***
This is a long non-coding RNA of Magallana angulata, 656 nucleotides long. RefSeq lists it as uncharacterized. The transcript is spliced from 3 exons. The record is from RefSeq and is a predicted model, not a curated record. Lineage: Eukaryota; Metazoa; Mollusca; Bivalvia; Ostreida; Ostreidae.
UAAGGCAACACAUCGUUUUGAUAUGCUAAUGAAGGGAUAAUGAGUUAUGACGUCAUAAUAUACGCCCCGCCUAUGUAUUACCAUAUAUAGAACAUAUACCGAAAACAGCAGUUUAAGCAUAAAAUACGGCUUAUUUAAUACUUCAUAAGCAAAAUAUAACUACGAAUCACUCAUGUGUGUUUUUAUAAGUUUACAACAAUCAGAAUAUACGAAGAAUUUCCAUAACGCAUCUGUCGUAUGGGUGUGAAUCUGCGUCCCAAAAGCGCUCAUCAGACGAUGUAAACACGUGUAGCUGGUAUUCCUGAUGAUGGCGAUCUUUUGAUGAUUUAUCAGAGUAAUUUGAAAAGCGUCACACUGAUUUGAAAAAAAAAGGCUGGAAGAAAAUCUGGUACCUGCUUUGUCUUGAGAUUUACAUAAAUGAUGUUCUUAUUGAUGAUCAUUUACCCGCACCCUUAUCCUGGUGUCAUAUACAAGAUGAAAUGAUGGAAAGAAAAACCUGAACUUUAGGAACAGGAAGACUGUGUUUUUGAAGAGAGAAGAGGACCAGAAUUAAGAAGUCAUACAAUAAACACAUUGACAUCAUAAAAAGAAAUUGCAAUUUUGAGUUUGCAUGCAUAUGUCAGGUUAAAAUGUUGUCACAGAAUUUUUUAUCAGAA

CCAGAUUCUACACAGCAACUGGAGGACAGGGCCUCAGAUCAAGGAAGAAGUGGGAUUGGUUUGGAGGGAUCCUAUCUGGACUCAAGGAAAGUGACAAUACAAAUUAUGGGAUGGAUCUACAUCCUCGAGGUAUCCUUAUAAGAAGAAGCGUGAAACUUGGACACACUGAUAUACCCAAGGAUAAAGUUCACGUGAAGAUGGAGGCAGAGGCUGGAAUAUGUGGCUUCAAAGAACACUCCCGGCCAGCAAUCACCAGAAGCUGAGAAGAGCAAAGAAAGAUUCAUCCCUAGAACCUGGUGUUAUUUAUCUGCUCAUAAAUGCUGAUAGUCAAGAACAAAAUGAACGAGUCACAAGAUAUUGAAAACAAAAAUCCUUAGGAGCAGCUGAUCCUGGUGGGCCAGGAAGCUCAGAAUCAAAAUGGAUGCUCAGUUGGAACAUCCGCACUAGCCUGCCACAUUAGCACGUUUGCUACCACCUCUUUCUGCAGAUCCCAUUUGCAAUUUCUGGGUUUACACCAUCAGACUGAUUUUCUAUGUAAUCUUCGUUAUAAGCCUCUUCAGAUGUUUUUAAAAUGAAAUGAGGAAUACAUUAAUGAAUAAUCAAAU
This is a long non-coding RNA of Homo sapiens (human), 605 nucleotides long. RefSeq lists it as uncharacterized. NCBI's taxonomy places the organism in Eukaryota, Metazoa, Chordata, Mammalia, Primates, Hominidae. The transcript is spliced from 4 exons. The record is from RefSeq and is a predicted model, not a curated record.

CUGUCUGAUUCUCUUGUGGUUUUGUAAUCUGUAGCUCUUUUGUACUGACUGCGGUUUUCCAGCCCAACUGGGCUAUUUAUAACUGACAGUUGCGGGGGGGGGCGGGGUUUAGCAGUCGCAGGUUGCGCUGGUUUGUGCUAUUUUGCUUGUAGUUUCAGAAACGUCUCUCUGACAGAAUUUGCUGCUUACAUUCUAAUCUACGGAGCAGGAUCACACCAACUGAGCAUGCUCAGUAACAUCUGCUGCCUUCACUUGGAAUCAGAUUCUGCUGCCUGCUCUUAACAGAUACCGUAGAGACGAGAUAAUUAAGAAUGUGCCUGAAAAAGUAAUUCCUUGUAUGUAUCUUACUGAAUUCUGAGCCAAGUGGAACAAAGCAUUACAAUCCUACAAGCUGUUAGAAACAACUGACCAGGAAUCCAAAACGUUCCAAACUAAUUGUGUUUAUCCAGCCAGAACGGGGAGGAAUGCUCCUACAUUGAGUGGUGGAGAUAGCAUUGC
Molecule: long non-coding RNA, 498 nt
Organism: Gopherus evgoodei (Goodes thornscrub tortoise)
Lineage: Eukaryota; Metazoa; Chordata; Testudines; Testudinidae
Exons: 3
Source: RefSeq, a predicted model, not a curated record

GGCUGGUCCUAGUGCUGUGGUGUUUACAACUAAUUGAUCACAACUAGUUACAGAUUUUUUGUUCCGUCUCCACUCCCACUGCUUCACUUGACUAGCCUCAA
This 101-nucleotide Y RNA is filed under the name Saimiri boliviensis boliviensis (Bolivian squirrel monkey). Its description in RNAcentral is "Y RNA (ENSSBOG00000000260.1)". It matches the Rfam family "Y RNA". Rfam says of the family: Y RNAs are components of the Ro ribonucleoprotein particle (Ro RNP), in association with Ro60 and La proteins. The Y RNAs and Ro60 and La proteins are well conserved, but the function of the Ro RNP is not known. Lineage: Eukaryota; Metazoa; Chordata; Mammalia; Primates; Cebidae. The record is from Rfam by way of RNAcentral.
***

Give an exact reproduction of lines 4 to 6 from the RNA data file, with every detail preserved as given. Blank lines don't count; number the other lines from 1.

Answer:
This is a long non-coding RNA of Homo sapiens (human), 605 nucleotides long. RefSeq lists it as uncharacterized. NCBI's taxonomy places the organism in Eukaryota, Metazoa, Chordata, Mammalia, Primates, Hominidae. The transcript is spliced from 4 exons. The record is from RefSeq and is a predicted model, not a curated record.

CUGUCUGAUUCUCUUGUGGUUUUGUAAUCUGUAGCUCUUUUGUACUGACUGCGGUUUUCCAGCCCAACUGGGCUAUUUAUAACUGACAGUUGCGGGGGGGGGCGGGGUUUAGCAGUCGCAGGUUGCGCUGGUUUGUGCUAUUUUGCUUGUAGUUUCAGAAACGUCUCUCUGACAGAAUUUGCUGCUUACAUUCUAAUCUACGGAGCAGGAUCACACCAACUGAGCAUGCUCAGUAACAUCUGCUGCCUUCACUUGGAAUCAGAUUCUGCUGCCUGCUCUUAACAGAUACCGUAGAGACGAGAUAAUUAAGAAUGUGCCUGAAAAAGUAAUUCCUUGUAUGUAUCUUACUGAAUUCUGAGCCAAGUGGAACAAAGCAUUACAAUCCUACAAGCUGUUAGAAACAACUGACCAGGAAUCCAAAACGUUCCAAACUAAUUGUGUUUAUCCAGCCAGAACGGGGAGGAAUGCUCCUACAUUGAGUGGUGGAGAUAGCAUUGC
Molecule: long non-coding RNA, 498 nt